By Stephen D. Wilson | January 12, 2022
Effective March 27, 2022, U.S. brand owners will have an additional option to protect trademarks in Jamaica under international intellectual property (IP) treaties.
Over a century ago, 9 countries collaborated to create an international trademark registration system, which is now known as the Madrid System for the International Registration of Marks (Madrid System). The Madrid System has expanded to include more than 100 members and cover over 125 countries, representing more than 80% of world trade. The Madrid System is governed by the Madrid Agreement of 1891 (Madrid Agreement) and the Madrid Protocol of 1989 (Madrid Protocol), as those treaties have been amended over many years (including revisions to the Madrid Agreement in 1900, 1911, 1925, 1934, 1957, 1967, and 1979, and amendments to the Madrid Protocol in 2006 and 2007). The Madrid Union is made up of Contracting Parties to the Madrid Agreement and the Madrid Protocol. The Madrid System offers important benefits and strategic advantages, as well as potential pitfalls and tradeoffs relative to other trademark protection options under international laws, which an experienced trademark attorney can help brand owners navigate.
On December 27, 2021, the Government of Jamaica deposited its instrument of accession to the Madrid Protocol with the World Intellectual Property Organization (WIPO) in Geneva, Switzerland, becoming the 110th member of the Madrid System. The Madrid Protocol will enter into force for Jamaica on March 27, 2022.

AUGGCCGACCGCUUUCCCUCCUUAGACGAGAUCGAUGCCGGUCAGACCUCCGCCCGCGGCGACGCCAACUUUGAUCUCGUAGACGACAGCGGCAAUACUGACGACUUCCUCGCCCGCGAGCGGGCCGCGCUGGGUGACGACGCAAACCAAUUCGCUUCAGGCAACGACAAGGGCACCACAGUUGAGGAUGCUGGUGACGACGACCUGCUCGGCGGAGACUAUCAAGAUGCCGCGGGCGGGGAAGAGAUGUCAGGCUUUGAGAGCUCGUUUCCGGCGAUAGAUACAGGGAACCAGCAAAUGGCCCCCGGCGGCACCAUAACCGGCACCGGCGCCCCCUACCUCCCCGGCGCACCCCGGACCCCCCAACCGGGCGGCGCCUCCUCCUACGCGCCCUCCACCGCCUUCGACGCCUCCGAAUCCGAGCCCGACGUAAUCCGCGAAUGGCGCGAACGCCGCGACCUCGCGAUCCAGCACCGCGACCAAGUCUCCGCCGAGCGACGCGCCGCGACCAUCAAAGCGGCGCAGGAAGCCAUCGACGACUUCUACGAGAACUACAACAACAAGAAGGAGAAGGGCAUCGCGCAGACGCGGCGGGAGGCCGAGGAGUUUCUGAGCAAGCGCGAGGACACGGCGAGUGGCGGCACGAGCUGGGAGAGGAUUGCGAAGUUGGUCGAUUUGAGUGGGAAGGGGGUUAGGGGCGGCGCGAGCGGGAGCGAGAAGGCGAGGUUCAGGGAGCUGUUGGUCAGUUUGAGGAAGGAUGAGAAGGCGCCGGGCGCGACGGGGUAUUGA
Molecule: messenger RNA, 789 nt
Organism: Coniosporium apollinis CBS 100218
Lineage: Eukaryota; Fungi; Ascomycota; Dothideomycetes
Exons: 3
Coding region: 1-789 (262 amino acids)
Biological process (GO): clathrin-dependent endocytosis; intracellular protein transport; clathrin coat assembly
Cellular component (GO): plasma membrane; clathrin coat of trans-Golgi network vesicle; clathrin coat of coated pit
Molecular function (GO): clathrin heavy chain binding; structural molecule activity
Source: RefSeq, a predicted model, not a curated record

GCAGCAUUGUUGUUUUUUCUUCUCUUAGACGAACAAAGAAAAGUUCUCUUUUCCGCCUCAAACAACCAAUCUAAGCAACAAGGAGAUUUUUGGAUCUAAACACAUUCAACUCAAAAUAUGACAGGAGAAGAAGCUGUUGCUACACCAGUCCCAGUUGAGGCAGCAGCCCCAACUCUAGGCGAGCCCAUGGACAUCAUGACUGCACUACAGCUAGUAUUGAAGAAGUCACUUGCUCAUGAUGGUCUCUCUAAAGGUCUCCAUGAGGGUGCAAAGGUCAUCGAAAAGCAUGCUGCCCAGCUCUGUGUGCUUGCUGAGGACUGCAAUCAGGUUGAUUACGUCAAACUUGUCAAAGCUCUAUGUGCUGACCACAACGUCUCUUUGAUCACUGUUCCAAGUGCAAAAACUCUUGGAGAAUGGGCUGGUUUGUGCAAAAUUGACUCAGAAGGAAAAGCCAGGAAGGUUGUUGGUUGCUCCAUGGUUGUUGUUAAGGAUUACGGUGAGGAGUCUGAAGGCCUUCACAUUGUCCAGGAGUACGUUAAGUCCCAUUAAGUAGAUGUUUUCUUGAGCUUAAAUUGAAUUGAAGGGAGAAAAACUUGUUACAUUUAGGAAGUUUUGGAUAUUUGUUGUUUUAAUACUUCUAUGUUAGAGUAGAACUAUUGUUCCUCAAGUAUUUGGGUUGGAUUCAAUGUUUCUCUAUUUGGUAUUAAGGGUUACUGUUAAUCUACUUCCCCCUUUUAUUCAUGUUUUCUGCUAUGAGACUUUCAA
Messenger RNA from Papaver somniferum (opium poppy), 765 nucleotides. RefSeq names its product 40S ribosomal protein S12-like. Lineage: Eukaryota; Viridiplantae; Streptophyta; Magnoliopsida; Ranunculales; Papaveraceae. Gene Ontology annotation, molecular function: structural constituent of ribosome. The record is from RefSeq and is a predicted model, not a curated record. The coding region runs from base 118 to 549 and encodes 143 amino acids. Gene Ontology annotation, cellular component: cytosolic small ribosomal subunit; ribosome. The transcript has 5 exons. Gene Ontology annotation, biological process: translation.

In addition to Jamaica, the Madrid System also encompasses a number of other Caribbean territories, including Contracting Parties and their commonwealths, crown dependencies, departments, possessions, and territories. The Madrid System also includes certain territories outside the Caribbean Sea that the United Nations (UN) groups in the Caribbean, or that are Members or Associate Members of the Caribbean Community (CARICOM), as well as other nations bordering the Caribbean Sea (such as Columbia and Mexico). These Contracting Parties and their territories include Anguilla, Antigua and Barbuda, Aruba, Bermuda, the BES islands of the Caribbean Netherlands (Bonaire, Sint Eustatius, and Saba), British Virgin Islands, Cayman Islands, Cuba, Curaçao, French Guiana, Guadeloupe, Jamaica, Martinique, Montserrat, Puerto Rico, Saint Martin, Saint Barthélemy (also known as St. Barts or St. Barths), Sint Maarten, Trinidad and Tobago, Turks and Caicos Islands, and the U.S. Virgin Islands.
Global Brand Protection
In an increasingly global economy, brand owners who wish to protect their trademark rights internationally should consult with experienced trademark counsel to develop and implement a global brand protection strategy. Many foreign countries have first-to-file trademark regimes that favor the party who wins the race to file a trademark application, and trademark squatters and copycat competitors have become an increasing concern for brand owners who may wish to expand into new markets and territories, so delay in filing could jeopardize valuable IP rights and opportunities.
Beggs & Lane assists clients worldwide with global IP protection and brand portfolio management, including U.S. and international trademark registrations, licensing, and enforcement, customs and border protection, and other IP matters.